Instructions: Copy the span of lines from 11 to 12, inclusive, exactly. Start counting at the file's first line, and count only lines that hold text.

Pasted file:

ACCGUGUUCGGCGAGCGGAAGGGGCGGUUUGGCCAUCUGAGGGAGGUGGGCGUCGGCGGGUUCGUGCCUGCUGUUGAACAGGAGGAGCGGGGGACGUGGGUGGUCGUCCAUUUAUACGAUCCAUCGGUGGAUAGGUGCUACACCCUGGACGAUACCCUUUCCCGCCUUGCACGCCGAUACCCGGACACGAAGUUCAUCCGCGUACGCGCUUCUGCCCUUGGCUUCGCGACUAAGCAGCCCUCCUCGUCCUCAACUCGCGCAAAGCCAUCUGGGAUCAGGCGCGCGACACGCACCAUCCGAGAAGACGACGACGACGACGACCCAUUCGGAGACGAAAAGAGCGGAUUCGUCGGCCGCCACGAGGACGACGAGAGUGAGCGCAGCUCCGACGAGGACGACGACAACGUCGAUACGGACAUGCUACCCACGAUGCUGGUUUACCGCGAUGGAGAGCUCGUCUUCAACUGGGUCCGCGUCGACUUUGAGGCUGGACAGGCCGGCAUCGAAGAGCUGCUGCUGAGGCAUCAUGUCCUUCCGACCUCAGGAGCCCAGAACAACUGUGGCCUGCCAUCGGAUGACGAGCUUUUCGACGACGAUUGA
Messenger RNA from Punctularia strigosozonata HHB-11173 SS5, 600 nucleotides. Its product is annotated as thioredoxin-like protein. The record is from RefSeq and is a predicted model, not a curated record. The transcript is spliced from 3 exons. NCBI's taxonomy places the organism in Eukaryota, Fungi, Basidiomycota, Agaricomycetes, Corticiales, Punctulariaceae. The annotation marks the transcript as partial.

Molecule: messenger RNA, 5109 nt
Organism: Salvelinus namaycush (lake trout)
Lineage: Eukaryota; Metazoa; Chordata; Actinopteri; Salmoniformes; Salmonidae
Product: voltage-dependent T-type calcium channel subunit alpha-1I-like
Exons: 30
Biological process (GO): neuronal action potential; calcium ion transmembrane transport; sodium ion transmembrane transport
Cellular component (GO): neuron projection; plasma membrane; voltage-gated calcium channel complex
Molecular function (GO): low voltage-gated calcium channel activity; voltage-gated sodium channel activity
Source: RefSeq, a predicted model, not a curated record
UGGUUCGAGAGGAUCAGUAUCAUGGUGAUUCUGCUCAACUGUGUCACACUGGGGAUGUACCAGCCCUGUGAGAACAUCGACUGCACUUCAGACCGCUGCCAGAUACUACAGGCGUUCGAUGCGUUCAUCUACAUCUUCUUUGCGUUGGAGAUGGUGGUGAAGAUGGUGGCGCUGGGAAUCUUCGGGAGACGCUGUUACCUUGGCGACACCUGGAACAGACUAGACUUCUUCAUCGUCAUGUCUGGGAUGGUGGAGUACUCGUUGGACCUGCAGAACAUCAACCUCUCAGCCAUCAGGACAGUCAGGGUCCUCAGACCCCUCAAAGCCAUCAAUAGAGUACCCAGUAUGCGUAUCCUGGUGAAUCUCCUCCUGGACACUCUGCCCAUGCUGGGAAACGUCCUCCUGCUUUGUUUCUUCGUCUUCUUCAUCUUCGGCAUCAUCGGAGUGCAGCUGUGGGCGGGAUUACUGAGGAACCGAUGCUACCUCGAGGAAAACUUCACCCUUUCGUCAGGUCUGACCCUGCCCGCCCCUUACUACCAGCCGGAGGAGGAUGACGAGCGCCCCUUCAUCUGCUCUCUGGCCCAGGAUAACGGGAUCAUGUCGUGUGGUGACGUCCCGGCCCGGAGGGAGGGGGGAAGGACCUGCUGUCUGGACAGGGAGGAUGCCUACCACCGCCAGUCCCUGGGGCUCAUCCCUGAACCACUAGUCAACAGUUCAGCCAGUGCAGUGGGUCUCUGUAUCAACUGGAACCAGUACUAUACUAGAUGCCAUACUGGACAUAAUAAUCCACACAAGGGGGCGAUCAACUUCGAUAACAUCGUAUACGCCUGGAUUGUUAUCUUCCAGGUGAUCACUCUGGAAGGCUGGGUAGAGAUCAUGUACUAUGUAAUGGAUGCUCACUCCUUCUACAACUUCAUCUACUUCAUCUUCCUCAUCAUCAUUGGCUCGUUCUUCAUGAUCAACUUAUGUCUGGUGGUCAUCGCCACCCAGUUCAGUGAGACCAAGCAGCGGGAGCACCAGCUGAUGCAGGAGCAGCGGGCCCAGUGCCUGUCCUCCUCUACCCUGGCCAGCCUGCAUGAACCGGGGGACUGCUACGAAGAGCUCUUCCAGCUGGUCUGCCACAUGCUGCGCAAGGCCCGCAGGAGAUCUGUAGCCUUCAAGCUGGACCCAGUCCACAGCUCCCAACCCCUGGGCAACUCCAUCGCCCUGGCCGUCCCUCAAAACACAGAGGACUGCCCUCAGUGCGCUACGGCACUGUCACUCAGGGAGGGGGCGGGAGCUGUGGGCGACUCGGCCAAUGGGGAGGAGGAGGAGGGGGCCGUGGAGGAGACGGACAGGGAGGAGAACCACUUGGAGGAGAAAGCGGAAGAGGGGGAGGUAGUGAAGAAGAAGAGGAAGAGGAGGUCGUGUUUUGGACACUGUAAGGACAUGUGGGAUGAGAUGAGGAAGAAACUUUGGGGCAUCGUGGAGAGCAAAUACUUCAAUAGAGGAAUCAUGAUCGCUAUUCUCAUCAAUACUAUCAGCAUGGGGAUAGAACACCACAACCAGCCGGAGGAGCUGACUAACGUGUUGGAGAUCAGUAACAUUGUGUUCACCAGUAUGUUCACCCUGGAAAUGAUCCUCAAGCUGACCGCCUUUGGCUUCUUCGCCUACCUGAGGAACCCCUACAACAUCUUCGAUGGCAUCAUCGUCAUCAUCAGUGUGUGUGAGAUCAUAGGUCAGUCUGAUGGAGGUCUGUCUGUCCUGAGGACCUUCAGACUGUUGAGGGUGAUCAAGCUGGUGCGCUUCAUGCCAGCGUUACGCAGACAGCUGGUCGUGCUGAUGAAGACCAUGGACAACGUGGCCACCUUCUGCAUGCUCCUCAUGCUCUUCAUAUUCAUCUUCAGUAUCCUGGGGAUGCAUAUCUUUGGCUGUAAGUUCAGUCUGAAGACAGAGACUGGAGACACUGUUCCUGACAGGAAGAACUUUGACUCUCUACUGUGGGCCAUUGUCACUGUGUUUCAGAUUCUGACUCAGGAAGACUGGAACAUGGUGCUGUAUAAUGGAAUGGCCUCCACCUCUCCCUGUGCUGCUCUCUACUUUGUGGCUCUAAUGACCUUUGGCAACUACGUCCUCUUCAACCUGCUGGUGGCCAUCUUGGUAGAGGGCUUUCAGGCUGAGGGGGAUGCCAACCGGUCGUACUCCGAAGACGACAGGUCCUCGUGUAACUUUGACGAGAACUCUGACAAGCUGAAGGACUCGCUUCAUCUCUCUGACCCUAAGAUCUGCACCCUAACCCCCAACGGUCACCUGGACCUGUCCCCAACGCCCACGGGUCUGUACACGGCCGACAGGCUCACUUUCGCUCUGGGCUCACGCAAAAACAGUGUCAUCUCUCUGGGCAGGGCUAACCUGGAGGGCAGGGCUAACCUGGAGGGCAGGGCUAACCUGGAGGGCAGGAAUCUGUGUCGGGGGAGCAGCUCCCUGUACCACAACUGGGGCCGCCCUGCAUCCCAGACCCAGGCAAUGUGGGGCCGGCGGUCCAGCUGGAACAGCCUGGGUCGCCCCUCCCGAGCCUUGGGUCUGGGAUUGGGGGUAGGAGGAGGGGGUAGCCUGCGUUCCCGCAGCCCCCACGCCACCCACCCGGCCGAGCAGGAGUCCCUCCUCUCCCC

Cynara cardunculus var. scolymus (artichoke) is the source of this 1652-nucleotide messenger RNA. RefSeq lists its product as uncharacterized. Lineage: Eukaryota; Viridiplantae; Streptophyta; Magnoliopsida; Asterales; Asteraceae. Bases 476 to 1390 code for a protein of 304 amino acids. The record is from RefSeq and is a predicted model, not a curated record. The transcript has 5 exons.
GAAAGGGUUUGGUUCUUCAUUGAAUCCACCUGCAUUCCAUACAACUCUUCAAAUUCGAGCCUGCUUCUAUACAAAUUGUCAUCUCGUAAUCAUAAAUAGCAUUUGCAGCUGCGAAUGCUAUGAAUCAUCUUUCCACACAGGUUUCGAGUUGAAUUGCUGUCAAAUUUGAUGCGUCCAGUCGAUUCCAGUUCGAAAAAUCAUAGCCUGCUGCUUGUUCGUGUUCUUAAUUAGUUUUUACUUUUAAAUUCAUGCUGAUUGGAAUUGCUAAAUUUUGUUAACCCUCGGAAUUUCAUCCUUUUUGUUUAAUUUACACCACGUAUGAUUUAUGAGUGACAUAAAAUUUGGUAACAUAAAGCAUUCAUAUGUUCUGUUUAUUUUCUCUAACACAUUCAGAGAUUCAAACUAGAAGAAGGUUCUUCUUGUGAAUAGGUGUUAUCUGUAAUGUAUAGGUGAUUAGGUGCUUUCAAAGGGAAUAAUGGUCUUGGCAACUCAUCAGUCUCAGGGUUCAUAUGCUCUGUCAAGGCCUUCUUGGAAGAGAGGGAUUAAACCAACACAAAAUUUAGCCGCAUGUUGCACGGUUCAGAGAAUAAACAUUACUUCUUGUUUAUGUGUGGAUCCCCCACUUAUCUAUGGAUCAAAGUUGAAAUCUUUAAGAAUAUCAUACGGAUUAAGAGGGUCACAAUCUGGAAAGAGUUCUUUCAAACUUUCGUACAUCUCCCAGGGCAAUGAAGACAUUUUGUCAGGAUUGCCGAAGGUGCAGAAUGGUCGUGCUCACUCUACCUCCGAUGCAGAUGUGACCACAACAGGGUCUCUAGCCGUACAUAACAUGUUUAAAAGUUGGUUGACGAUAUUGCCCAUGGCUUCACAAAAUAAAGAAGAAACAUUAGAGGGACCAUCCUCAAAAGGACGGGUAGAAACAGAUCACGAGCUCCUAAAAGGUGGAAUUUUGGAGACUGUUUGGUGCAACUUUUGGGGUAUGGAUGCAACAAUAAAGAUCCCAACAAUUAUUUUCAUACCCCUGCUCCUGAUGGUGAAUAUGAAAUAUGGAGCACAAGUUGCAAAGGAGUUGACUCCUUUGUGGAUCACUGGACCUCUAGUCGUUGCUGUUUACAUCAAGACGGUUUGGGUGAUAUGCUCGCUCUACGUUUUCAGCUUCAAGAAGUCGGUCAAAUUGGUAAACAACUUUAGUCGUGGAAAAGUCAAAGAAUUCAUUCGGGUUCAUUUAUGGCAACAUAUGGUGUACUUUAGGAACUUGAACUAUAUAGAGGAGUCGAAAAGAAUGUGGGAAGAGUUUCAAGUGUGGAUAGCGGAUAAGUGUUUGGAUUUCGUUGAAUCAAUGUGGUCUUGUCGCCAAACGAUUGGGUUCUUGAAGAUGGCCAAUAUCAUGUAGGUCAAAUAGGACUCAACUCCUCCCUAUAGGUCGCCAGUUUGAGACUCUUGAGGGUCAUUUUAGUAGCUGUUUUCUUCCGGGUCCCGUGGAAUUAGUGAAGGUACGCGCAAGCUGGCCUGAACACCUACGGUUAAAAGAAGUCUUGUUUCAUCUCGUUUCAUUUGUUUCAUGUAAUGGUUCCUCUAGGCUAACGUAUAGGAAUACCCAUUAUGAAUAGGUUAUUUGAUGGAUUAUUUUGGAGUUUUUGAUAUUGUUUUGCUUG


Source: RefSeq, a predicted model, not a curated record
UGGUUCGAGAGGAUCAGUAUCAUGGUGAUUCUGCUCAACUGUGUCACACUGGGGAUGUACCAGCCCUGUGAGAACAUCGACUGCACUUCAGACCGCUGCCAGAUACUACAGGCGUUCGAUGCGUUCAUCUACAUCUUCUUUGCGUUGGAGAUGGUGGUGAAGAUGGUGGCGCUGGGAAUCUUCGGGAGACGCUGUUACCUUGGCGACACCUGGAACAGACUAGACUUCUUCAUCGUCAUGUCUGGGAUGGUGGAGUACUCGUUGGACCUGCAGAACAUCAACCUCUCAGCCAUCAGGACAGUCAGGGUCCUCAGACCCCUCAAAGCCAUCAAUAGAGUACCCAGUAUGCGUAUCCUGGUGAAUCUCCUCCUGGACACUCUGCCCAUGCUGGGAAACGUCCUCCUGCUUUGUUUCUUCGUCUUCUUCAUCUUCGGCAUCAUCGGAGUGCAGCUGUGGGCGGGAUUACUGAGGAACCGAUGCUACCUCGAGGAAAACUUCACCCUUUCGUCAGGUCUGACCCUGCCCGCCCCUUACUACCAGCCGGAGGAGGAUGACGAGCGCCCCUUCAUCUGCUCUCUGGCCCAGGAUAACGGGAUCAUGUCGUGUGGUGACGUCCCGGCCCGGAGGGAGGGGGGAAGGACCUGCUGUCUGGACAGGGAGGAUGCCUACCACCGCCAGUCCCUGGGGCUCAUCCCUGAACCACUAGUCAACAGUUCAGCCAGUGCAGUGGGUCUCUGUAUCAACUGGAACCAGUACUAUACUAGAUGCCAUACUGGACAUAAUAAUCCACACAAGGGGGCGAUCAACUUCGAUAACAUCGUAUACGCCUGGAUUGUUAUCUUCCAGGUGAUCACUCUGGAAGGCUGGGUAGAGAUCAUGUACUAUGUAAUGGAUGCUCACUCCUUCUACAACUUCAUCUACUUCAUCUUCCUCAUCAUCAUUGGCUCGUUCUUCAUGAUCAACUUAUGUCUGGUGGUCAUCGCCACCCAGUUCAGUGAGACCAAGCAGCGGGAGCACCAGCUGAUGCAGGAGCAGCGGGCCCAGUGCCUGUCCUCCUCUACCCUGGCCAGCCUGCAUGAACCGGGGGACUGCUACGAAGAGCUCUUCCAGCUGGUCUGCCACAUGCUGCGCAAGGCCCGCAGGAGAUCUGUAGCCUUCAAGCUGGACCCAGUCCACAGCUCCCAACCCCUGGGCAACUCCAUCGCCCUGGCCGUCCCUCAAAACACAGAGGACUGCCCUCAGUGCGCUACGGCACUGUCACUCAGGGAGGGGGCGGGAGCUGUGGGCGACUCGGCCAAUGGGGAGGAGGAGGAGGGGGCCGUGGAGGAGACGGACAGGGAGGAGAACCACUUGGAGGAGAAAGCGGAAGAGGGGGAGGUAGUGAAGAAGAAGAGGAAGAGGAGGUCGUGUUUUGGACACUGUAAGGACAUGUGGGAUGAGAUGAGGAAGAAACUUUGGGGCAUCGUGGAGAGCAAAUACUUCAAUAGAGGAAUCAUGAUCGCUAUUCUCAUCAAUACUAUCAGCAUGGGGAUAGAACACCACAACCAGCCGGAGGAGCUGACUAACGUGUUGGAGAUCAGUAACAUUGUGUUCACCAGUAUGUUCACCCUGGAAAUGAUCCUCAAGCUGACCGCCUUUGGCUUCUUCGCCUACCUGAGGAACCCCUACAACAUCUUCGAUGGCAUCAUCGUCAUCAUCAGUGUGUGUGAGAUCAUAGGUCAGUCUGAUGGAGGUCUGUCUGUCCUGAGGACCUUCAGACUGUUGAGGGUGAUCAAGCUGGUGCGCUUCAUGCCAGCGUUACGCAGACAGCUGGUCGUGCUGAUGAAGACCAUGGACAACGUGGCCACCUUCUGCAUGCUCCUCAUGCUCUUCAUAUUCAUCUUCAGUAUCCUGGGGAUGCAUAUCUUUGGCUGUAAGUUCAGUCUGAAGACAGAGACUGGAGACACUGUUCCUGACAGGAAGAACUUUGACUCUCUACUGUGGGCCAUUGUCACUGUGUUUCAGAUUCUGACUCAGGAAGACUGGAACAUGGUGCUGUAUAAUGGAAUGGCCUCCACCUCUCCCUGUGCUGCUCUCUACUUUGUGGCUCUAAUGACCUUUGGCAACUACGUCCUCUUCAACCUGCUGGUGGCCAUCUUGGUAGAGGGCUUUCAGGCUGAGGGGGAUGCCAACCGGUCGUACUCCGAAGACGACAGGUCCUCGUGUAACUUUGACGAGAACUCUGACAAGCUGAAGGACUCGCUUCAUCUCUCUGACCCUAAGAUCUGCACCCUAACCCCCAACGGUCACCUGGACCUGUCCCCAACGCCCACGGGUCUGUACACGGCCGACAGGCUCACUUUCGCUCUGGGCUCACGCAAAAACAGUGUCAUCUCUCUGGGCAGGGCUAACCUGGAGGGCAGGGCUAACCUGGAGGGCAGGGCUAACCUGGAGGGCAGGAAUCUGUGUCGGGGGAGCAGCUCCCUGUACCACAACUGGGGCCGCCCUGCAUCCCAGACCCAGGCAAUGUGGGGCCGGCGGUCCAGCUGGAACAGCCUGGGUCGCCCCUCCCGAGCCUUGGGUCUGGGAUUGGGGGUAGGAGGAGGGGGUAGCCUGCGUUCCCGCAGCCCCCACGCCACCCACCCGGCCGAGCAGGAGUCCCUCCUCUCCCC